Google Fiber loses chief executive officer, Gregory McCray, after five months
Google Fiber, Alphabet’s high-speed internet business, undergoes another shake-up as its leader, Gregory McCray, resigns
San Francisco: Alphabet Inc.’s high-speed internet business is undergoing another shake-up as its leader, Gregory McCray, is stepping down. The company is looking for a replacement.
McCray was hired in February as chief executive officer of Access, the Alphabet unit that houses Google Fiber. He joined the tech giant after Craig Barratt, the former Access boss, exited in October when a big, expensive expansion plan he created was cut back.
“We are committed to the success of Google Fiber. The team is bringing gigabit connections to more and more happy customers,” Alphabet CEO Larry Page said in a statement. “Fiber has a great team and I’m confident we will find an amazing person to lead this important business.”
The reasons for McCray’s sudden departure are still unclear, but he didn’t have a smooth start at Alphabet. He made comments during his first address to Access staff that upset several employees and prompted multiple reports to human resources, according to two people familiar with the meeting.
At the meeting, held in March, McCray was asked about his passion for sailing, which Page mentioned in an introductory email. McCray said that his wife would often call his boat his “mistress.” Every man was entitled to a mistress, the new CEO proclaimed to audible gasps, said the people who asked not to be identified discussing company matters.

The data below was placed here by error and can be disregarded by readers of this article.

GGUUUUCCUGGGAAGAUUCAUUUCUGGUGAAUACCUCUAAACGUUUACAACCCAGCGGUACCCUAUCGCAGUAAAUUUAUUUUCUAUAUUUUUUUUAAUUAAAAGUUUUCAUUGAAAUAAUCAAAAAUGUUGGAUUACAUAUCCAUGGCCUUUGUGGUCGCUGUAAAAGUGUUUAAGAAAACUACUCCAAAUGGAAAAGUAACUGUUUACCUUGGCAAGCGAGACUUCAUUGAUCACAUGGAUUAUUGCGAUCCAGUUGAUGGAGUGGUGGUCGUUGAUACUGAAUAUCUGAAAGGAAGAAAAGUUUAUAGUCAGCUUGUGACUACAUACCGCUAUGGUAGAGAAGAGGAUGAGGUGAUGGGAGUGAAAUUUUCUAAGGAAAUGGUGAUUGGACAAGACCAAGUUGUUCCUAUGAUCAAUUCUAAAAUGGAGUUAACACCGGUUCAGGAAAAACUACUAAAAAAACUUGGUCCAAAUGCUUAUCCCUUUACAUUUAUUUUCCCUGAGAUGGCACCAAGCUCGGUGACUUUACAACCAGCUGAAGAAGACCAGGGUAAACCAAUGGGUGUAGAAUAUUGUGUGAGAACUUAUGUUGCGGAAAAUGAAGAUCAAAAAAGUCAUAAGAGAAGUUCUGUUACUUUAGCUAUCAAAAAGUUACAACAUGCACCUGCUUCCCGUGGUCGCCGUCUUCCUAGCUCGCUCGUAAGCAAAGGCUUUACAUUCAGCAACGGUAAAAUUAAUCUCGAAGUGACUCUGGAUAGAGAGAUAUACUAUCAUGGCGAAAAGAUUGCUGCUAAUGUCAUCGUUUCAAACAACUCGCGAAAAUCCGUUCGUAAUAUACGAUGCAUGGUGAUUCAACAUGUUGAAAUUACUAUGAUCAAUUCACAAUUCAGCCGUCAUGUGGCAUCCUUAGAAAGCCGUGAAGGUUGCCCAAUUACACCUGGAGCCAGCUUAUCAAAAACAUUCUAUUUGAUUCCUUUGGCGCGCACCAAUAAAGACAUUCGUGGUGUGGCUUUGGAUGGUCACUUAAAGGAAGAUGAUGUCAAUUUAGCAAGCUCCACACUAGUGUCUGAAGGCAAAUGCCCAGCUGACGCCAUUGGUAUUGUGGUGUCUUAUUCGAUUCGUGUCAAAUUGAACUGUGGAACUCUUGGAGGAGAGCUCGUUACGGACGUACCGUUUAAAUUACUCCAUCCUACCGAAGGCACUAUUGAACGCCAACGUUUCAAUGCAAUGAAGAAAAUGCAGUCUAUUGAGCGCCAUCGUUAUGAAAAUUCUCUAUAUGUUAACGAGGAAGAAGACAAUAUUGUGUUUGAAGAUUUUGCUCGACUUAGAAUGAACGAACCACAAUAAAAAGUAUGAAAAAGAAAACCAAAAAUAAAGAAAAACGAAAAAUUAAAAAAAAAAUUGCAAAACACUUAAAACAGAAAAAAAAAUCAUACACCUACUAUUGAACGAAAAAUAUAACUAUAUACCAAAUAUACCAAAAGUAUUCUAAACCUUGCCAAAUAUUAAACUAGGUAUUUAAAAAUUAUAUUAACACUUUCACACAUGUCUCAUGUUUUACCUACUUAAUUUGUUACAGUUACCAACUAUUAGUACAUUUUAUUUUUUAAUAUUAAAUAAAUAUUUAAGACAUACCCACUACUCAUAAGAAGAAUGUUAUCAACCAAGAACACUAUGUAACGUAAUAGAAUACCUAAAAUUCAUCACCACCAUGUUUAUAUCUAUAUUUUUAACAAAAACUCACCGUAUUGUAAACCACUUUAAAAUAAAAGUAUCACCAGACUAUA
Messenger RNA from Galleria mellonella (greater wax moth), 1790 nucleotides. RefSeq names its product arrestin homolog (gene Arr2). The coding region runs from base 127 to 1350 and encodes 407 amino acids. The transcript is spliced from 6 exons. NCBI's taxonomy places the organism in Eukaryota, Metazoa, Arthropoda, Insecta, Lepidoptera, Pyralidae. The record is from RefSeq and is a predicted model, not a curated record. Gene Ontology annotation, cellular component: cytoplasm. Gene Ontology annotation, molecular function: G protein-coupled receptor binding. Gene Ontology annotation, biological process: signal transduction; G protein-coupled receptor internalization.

Multiple women reported the incident to the HR divisions of Access and Alphabet, the people said. An Alphabet spokeswoman declined to comment. McCray didn’t respond to multiple calls and text messages.
A few years ago, Google Fiber was a big priority, partly due to its potential to disrupt a US broadband market ruled by a few telecommunications and cable giants. It began offering gigabit internet packages in a handful of cities, such as Kansas City and Austin, Texas. Then, in early 2014, Fiber announced sweeping plans to expand to more than 20 cities.
Two years later, the Access division acquired Webpass, a wireless internet provider active in several cities. Alphabet chief financial officer Ruth Porat frequently named Google Fiber as a large-but-necessary capital expense.
But then Alphabet pulled back suddenly. When Barratt stepped down, Google Fiber said it was halting plans to expand into eight additional markets. In April, two of Barratt’s top deputies also left. Bloomberg
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